The first sign of Barack Obama’s barley and hops strategy came Monday night at the Iowa State Fair, when a lady offered the President of the United States a fruit smoothie. “Smoothie sounds okay, but a beer sounds better,” Obama answered, over the roar of a nearby stock car race. And then he was off to the beer tent, which had been partially cleared out by the U.S. Secret Service in preparation for a presidential brew.
The crowd chanted “Four more years!” as the President approached. “Hey, everyone who’s over 21, you got to buy a beer!” Obama told them, before offering to buy 10 of them beer tickets from his own billfold. “Four more beers!” they began to chant. The President smiled, and then accepted a T-shirt from the proprietor that said, “Save Water, Drink Beer.” The president ordered a Bud Light.
Beer has a timeworn role in presidential campaigns. Back in 2008, the slow-sipping Obama found himself on the losing side of the beer-drinking battle, since Hillary Clinton knocked them back with gusto, sometimes with a shot of whiskey. The President was forced to pretend that beer didn’t matter. “Around election time, the candidates can’t do enough. They’ll promise you anything, give you a long list of proposals and even come around, with TV crews in tow, to throw back a shot and a beer,” he told crowds then, trying to undercut Clinton’s chugging advantage.
In 2012, however, Obama is determined to win the beer vote, a task made easier by the fact that his opponent, Mitt Romney, never drinks as a matter of religious principle. On his three-day trip through Iowa, beer was Obama’s ubiquitous prop, repeatedly offered up by the president and his aides as proof of his relatability—and more indirectly an attempt at reinforcing the otherness of Romney for regular folks.
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The president didn’t just order beer before cameras, which he did at two different stops. He traveled across the state with a bus stocked with White House-brewed beer, and even handed out a bottle to a patron at a coffee shop in Knoxville. His campaign press secretary briefed reporters on the beer consumption of senior staff at the Iowa state fair—two Bud Lights apiece. A press gaggle detailed some of the attributes of the White House brewery. And Obama talked about brews, over and again.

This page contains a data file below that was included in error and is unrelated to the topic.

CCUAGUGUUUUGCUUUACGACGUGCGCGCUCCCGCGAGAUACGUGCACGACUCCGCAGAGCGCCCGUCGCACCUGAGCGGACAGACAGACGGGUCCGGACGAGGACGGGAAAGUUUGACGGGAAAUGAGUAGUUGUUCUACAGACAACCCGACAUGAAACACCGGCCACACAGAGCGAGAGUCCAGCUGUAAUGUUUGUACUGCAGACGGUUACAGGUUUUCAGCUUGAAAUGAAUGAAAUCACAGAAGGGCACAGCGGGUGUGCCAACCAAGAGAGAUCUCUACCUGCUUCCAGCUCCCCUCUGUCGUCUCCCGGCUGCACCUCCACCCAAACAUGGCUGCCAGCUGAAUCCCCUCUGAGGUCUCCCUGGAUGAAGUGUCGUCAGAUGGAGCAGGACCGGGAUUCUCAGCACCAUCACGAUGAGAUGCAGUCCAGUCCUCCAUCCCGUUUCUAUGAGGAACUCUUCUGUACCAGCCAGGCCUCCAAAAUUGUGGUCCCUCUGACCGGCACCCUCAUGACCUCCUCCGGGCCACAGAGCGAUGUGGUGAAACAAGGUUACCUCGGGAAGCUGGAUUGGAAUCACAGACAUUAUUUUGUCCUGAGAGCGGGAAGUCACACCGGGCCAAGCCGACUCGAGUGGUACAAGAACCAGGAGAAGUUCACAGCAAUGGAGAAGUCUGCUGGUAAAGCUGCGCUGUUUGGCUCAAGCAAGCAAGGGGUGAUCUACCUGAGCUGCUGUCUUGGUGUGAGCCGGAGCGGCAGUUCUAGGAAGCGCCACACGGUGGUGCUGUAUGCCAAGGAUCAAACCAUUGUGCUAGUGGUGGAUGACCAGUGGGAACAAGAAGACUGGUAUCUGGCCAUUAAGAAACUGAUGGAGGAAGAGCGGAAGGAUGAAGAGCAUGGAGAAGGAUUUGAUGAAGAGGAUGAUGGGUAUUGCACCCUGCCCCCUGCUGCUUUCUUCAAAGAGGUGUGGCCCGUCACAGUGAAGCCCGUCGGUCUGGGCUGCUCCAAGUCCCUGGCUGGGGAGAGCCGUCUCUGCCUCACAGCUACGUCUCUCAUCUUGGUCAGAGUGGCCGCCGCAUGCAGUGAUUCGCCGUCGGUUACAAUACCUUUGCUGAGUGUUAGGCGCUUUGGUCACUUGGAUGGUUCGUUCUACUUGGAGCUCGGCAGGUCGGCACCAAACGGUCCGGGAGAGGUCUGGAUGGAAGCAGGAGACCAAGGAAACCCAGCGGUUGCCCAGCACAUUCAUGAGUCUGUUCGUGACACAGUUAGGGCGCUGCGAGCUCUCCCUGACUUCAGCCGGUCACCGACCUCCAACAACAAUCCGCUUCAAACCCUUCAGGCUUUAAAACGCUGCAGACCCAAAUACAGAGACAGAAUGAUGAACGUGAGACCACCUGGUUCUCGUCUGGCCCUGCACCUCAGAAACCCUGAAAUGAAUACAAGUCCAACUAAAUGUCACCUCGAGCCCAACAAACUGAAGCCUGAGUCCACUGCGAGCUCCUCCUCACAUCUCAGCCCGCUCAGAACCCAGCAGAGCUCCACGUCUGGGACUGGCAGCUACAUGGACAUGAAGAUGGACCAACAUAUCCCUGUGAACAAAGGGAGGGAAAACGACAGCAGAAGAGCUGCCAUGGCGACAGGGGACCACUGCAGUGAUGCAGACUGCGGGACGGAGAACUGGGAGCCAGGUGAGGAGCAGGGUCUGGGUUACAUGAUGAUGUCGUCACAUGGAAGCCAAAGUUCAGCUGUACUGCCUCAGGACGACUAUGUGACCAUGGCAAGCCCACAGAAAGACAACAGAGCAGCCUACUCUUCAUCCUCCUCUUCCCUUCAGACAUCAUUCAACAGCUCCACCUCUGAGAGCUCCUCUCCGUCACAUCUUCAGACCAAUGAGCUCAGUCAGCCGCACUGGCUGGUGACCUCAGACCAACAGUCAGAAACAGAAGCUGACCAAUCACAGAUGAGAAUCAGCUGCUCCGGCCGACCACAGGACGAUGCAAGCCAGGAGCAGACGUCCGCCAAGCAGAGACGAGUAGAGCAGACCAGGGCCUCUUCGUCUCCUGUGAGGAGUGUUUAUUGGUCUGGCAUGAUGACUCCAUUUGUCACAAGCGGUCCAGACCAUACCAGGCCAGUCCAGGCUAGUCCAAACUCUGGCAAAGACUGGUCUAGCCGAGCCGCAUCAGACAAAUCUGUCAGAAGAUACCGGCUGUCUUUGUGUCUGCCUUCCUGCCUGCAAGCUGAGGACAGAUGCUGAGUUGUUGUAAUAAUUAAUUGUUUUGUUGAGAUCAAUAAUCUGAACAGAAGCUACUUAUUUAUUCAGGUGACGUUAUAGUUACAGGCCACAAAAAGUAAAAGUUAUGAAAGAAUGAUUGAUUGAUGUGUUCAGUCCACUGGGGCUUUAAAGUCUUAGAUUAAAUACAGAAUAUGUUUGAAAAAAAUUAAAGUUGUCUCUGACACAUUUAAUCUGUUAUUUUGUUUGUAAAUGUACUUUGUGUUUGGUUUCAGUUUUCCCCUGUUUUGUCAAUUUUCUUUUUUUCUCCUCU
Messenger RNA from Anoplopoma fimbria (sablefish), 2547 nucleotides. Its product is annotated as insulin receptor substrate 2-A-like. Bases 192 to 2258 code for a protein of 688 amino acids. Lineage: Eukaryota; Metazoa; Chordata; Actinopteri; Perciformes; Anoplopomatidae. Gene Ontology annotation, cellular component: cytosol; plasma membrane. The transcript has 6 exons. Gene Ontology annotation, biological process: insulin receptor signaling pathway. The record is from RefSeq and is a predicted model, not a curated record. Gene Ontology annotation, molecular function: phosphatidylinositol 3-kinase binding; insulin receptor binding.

By the time he made it to Waterloo Tuesday night, after another stop at a Ceder Falls pub for a 7 p.m. Bud Light, the strategy bordered on self-parody. “Yesterday, I went to the State Fair and I had a pork chop and a beer. And it was good,” Obama said, by way of introduction. “Today I just had a beer. I didn’t get the pork chop. But the beer was good, too.”
Then he told the story of the “four more beers” chant the night before. “Told him he had to register to vote, though, to get one of the beers,” he joked, provoking laughter.
The great irony of the Obama beer strategy is that there is little evidence, at least for the national media and its cameras, that the president ever finishes the beers he orders. More often than not the press is ushered away before he has a chance to swig, something that happened in both Iowa State Fair and in Cedar Falls. He tends to talk to voters without interlude for libation the entire time he is seen in the bar, the bottle safely in hand. Weeks ago in Amherst, Ohio, the traveling press watched Obama order two beers, a draft pint of Miller Lite and a bottle of Bud Light, but no one in the press at the bar saw him take more than a sip of either. How the president stopped holding the mostly full pint of Miller and picked up the bottle of Bud is a fact now lost to history.
There are, however, dozens of photographs of Obama holding beers in pubs, which is something that cannot be said for Romney. And there is much to suggest that images of the President with a Bud Light will soon be broadcast to a far wider audience. On Tuesday, the Obama campaign’s ad team lingered in the bar long after the press was ushered out, shooting footage of Obama talking to voters with a bottle in his hand.
Does Romney’s sobriety have something to do with Obama’s beer obsession? The Obama campaign certainly is not admitting to such a cynical strategy. But it is clear that all of Obama’s high-profile loitering around watering holes highlights Romney’s decision not to imbibe. On Monday, the same day that Obama declined a smoothie at the state fair, Romney held a campaign event in Miami at a non-alcoholic, non-caffeinated juice bar.